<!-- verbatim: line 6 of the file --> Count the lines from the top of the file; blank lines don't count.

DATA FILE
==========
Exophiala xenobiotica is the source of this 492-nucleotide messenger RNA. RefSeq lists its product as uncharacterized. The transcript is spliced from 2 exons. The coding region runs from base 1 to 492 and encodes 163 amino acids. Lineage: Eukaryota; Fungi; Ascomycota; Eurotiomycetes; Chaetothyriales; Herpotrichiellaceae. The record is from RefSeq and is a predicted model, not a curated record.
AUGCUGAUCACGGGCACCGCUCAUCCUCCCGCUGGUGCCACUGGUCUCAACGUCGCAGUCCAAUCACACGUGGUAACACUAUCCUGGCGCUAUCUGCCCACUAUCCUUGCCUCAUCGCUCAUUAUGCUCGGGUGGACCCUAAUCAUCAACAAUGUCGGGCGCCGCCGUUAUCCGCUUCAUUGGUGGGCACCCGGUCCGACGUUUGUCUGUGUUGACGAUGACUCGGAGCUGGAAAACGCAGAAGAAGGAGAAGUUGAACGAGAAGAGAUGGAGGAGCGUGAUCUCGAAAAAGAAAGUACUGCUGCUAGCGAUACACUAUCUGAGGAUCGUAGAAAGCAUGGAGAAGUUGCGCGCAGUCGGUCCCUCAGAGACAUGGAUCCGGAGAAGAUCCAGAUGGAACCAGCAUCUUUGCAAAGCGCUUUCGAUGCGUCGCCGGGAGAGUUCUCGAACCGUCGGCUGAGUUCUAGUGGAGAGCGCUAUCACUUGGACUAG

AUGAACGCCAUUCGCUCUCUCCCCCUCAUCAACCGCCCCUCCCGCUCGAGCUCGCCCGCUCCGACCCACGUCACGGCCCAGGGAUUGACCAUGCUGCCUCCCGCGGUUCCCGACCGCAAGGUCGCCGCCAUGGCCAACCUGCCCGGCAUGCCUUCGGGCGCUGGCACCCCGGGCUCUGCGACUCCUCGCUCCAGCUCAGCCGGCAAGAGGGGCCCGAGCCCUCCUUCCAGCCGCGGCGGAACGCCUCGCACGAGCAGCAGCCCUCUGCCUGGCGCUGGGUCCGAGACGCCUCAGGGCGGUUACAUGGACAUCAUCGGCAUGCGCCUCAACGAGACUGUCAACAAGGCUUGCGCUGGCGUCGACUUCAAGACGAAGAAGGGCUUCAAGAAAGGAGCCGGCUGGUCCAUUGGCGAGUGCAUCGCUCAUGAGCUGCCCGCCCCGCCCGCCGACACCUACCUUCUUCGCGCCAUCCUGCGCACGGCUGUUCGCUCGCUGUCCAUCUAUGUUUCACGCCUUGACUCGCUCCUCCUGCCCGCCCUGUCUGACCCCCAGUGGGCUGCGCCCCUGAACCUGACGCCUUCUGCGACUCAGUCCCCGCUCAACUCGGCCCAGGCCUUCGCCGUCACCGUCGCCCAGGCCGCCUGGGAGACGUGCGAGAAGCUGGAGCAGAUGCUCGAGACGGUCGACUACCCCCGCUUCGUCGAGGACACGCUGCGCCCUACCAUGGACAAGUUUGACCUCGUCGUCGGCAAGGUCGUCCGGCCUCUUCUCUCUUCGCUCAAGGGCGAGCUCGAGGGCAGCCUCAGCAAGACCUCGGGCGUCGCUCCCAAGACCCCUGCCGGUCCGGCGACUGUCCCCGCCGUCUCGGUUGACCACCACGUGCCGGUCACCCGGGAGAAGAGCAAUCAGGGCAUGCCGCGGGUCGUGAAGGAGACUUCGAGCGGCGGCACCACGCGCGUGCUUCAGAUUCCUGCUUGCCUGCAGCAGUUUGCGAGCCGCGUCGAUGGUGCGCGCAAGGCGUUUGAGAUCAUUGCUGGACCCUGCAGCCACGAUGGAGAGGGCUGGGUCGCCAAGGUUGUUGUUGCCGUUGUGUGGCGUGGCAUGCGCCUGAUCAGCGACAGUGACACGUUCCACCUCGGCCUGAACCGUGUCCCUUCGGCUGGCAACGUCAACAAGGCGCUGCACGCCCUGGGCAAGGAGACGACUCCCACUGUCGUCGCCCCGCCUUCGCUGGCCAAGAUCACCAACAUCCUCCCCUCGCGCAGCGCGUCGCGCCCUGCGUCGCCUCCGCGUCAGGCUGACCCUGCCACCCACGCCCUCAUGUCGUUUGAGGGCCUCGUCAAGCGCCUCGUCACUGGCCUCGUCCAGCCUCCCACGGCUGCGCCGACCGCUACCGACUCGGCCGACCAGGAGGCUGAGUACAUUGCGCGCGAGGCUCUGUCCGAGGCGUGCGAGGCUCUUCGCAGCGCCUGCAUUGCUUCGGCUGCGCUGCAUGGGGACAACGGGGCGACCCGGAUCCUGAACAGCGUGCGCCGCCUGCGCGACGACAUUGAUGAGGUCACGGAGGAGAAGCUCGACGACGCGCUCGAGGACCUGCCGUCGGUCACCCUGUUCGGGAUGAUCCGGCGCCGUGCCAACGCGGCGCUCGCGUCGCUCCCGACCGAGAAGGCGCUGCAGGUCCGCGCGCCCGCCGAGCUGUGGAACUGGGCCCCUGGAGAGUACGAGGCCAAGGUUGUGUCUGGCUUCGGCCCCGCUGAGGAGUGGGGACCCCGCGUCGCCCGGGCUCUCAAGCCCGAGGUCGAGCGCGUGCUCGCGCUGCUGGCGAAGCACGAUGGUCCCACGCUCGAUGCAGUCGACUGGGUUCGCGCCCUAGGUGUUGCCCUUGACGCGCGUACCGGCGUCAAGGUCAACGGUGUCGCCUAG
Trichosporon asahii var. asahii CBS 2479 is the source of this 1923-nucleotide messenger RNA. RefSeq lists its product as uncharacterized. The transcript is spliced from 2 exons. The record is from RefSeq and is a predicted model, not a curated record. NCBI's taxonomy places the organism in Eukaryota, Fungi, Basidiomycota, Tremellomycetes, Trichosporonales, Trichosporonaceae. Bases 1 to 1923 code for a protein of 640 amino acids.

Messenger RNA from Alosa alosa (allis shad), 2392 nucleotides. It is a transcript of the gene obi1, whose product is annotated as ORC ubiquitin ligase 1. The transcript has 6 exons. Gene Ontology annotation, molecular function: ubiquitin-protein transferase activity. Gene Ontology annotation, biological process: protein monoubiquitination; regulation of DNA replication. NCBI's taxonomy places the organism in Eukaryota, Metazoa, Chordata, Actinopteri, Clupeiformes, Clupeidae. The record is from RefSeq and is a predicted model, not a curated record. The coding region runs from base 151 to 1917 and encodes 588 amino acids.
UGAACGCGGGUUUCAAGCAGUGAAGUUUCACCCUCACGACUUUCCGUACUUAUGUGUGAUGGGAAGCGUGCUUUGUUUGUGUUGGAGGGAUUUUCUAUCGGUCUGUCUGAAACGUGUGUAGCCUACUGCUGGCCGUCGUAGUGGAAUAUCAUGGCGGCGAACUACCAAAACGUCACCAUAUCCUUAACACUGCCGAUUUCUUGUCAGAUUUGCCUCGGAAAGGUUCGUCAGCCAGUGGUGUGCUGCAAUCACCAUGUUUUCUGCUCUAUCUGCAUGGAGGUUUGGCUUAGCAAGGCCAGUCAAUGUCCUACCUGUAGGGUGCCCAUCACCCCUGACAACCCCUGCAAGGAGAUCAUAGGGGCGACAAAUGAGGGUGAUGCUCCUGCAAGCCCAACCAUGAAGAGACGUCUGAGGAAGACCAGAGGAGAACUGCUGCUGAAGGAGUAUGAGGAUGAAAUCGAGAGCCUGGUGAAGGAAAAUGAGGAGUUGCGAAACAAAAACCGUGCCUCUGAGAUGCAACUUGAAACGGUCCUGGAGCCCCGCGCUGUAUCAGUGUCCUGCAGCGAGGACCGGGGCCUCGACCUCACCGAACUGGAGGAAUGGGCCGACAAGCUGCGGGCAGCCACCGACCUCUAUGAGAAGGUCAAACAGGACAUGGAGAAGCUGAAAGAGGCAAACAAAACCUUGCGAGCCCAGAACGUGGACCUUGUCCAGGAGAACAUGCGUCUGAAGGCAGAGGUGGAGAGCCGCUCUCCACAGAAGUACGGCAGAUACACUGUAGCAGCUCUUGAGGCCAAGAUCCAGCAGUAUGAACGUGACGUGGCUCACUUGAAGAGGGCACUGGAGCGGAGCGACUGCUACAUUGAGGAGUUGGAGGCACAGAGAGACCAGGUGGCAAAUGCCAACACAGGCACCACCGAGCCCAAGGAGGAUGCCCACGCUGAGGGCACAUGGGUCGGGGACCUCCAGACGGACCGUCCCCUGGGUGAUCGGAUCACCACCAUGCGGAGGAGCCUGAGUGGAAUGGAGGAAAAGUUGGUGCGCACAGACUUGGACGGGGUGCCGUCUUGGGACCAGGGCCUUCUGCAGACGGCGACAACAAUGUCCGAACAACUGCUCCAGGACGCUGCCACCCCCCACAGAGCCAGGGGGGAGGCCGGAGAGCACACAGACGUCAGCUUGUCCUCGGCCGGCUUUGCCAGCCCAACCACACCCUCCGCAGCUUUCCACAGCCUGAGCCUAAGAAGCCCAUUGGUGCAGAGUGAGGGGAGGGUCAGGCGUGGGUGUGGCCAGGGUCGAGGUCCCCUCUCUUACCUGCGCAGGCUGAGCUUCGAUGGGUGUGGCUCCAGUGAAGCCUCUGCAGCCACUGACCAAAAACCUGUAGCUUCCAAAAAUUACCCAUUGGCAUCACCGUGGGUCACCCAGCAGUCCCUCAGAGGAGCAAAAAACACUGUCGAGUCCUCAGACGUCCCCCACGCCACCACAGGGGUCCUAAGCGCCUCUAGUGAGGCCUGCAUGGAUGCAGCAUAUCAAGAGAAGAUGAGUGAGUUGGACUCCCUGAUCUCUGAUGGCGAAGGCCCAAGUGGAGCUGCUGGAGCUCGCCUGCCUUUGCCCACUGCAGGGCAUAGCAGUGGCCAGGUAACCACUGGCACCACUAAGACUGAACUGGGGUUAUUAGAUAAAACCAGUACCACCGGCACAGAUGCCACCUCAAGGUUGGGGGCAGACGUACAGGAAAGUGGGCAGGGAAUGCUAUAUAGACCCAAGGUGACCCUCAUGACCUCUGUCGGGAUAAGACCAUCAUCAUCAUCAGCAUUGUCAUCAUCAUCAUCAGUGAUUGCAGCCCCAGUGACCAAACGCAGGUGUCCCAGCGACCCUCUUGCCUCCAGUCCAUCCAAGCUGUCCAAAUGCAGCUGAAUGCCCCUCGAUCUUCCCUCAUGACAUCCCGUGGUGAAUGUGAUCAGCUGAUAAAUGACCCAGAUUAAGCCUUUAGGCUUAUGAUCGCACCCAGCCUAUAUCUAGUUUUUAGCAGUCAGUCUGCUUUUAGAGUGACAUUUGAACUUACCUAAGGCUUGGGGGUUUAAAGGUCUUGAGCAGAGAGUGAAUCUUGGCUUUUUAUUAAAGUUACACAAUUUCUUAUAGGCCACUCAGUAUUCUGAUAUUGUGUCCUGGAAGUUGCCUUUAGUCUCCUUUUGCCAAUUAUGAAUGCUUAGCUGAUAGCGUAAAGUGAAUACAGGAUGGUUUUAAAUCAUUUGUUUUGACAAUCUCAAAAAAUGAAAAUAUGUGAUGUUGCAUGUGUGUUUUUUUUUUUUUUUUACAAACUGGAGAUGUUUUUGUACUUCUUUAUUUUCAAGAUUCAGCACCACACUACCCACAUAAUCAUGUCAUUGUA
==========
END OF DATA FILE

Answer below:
UGAACGCGGGUUUCAAGCAGUGAAGUUUCACCCUCACGACUUUCCGUACUUAUGUGUGAUGGGAAGCGUGCUUUGUUUGUGUUGGAGGGAUUUUCUAUCGGUCUGUCUGAAACGUGUGUAGCCUACUGCUGGCCGUCGUAGUGGAAUAUCAUGGCGGCGAACUACCAAAACGUCACCAUAUCCUUAACACUGCCGAUUUCUUGUCAGAUUUGCCUCGGAAAGGUUCGUCAGCCAGUGGUGUGCUGCAAUCACCAUGUUUUCUGCUCUAUCUGCAUGGAGGUUUGGCUUAGCAAGGCCAGUCAAUGUCCUACCUGUAGGGUGCCCAUCACCCCUGACAACCCCUGCAAGGAGAUCAUAGGGGCGACAAAUGAGGGUGAUGCUCCUGCAAGCCCAACCAUGAAGAGACGUCUGAGGAAGACCAGAGGAGAACUGCUGCUGAAGGAGUAUGAGGAUGAAAUCGAGAGCCUGGUGAAGGAAAAUGAGGAGUUGCGAAACAAAAACCGUGCCUCUGAGAUGCAACUUGAAACGGUCCUGGAGCCCCGCGCUGUAUCAGUGUCCUGCAGCGAGGACCGGGGCCUCGACCUCACCGAACUGGAGGAAUGGGCCGACAAGCUGCGGGCAGCCACCGACCUCUAUGAGAAGGUCAAACAGGACAUGGAGAAGCUGAAAGAGGCAAACAAAACCUUGCGAGCCCAGAACGUGGACCUUGUCCAGGAGAACAUGCGUCUGAAGGCAGAGGUGGAGAGCCGCUCUCCACAGAAGUACGGCAGAUACACUGUAGCAGCUCUUGAGGCCAAGAUCCAGCAGUAUGAACGUGACGUGGCUCACUUGAAGAGGGCACUGGAGCGGAGCGACUGCUACAUUGAGGAGUUGGAGGCACAGAGAGACCAGGUGGCAAAUGCCAACACAGGCACCACCGAGCCCAAGGAGGAUGCCCACGCUGAGGGCACAUGGGUCGGGGACCUCCAGACGGACCGUCCCCUGGGUGAUCGGAUCACCACCAUGCGGAGGAGCCUGAGUGGAAUGGAGGAAAAGUUGGUGCGCACAGACUUGGACGGGGUGCCGUCUUGGGACCAGGGCCUUCUGCAGACGGCGACAACAAUGUCCGAACAACUGCUCCAGGACGCUGCCACCCCCCACAGAGCCAGGGGGGAGGCCGGAGAGCACACAGACGUCAGCUUGUCCUCGGCCGGCUUUGCCAGCCCAACCACACCCUCCGCAGCUUUCCACAGCCUGAGCCUAAGAAGCCCAUUGGUGCAGAGUGAGGGGAGGGUCAGGCGUGGGUGUGGCCAGGGUCGAGGUCCCCUCUCUUACCUGCGCAGGCUGAGCUUCGAUGGGUGUGGCUCCAGUGAAGCCUCUGCAGCCACUGACCAAAAACCUGUAGCUUCCAAAAAUUACCCAUUGGCAUCACCGUGGGUCACCCAGCAGUCCCUCAGAGGAGCAAAAAACACUGUCGAGUCCUCAGACGUCCCCCACGCCACCACAGGGGUCCUAAGCGCCUCUAGUGAGGCCUGCAUGGAUGCAGCAUAUCAAGAGAAGAUGAGUGAGUUGGACUCCCUGAUCUCUGAUGGCGAAGGCCCAAGUGGAGCUGCUGGAGCUCGCCUGCCUUUGCCCACUGCAGGGCAUAGCAGUGGCCAGGUAACCACUGGCACCACUAAGACUGAACUGGGGUUAUUAGAUAAAACCAGUACCACCGGCACAGAUGCCACCUCAAGGUUGGGGGCAGACGUACAGGAAAGUGGGCAGGGAAUGCUAUAUAGACCCAAGGUGACCCUCAUGACCUCUGUCGGGAUAAGACCAUCAUCAUCAUCAGCAUUGUCAUCAUCAUCAUCAGUGAUUGCAGCCCCAGUGACCAAACGCAGGUGUCCCAGCGACCCUCUUGCCUCCAGUCCAUCCAAGCUGUCCAAAUGCAGCUGAAUGCCCCUCGAUCUUCCCUCAUGACAUCCCGUGGUGAAUGUGAUCAGCUGAUAAAUGACCCAGAUUAAGCCUUUAGGCUUAUGAUCGCACCCAGCCUAUAUCUAGUUUUUAGCAGUCAGUCUGCUUUUAGAGUGACAUUUGAACUUACCUAAGGCUUGGGGGUUUAAAGGUCUUGAGCAGAGAGUGAAUCUUGGCUUUUUAUUAAAGUUACACAAUUUCUUAUAGGCCACUCAGUAUUCUGAUAUUGUGUCCUGGAAGUUGCCUUUAGUCUCCUUUUGCCAAUUAUGAAUGCUUAGCUGAUAGCGUAAAGUGAAUACAGGAUGGUUUUAAAUCAUUUGUUUUGACAAUCUCAAAAAAUGAAAAUAUGUGAUGUUGCAUGUGUGUUUUUUUUUUUUUUUUACAAACUGGAGAUGUUUUUGUACUUCUUUAUUUUCAAGAUUCAGCACCACACUACCCACAUAAUCAUGUCAUUGUA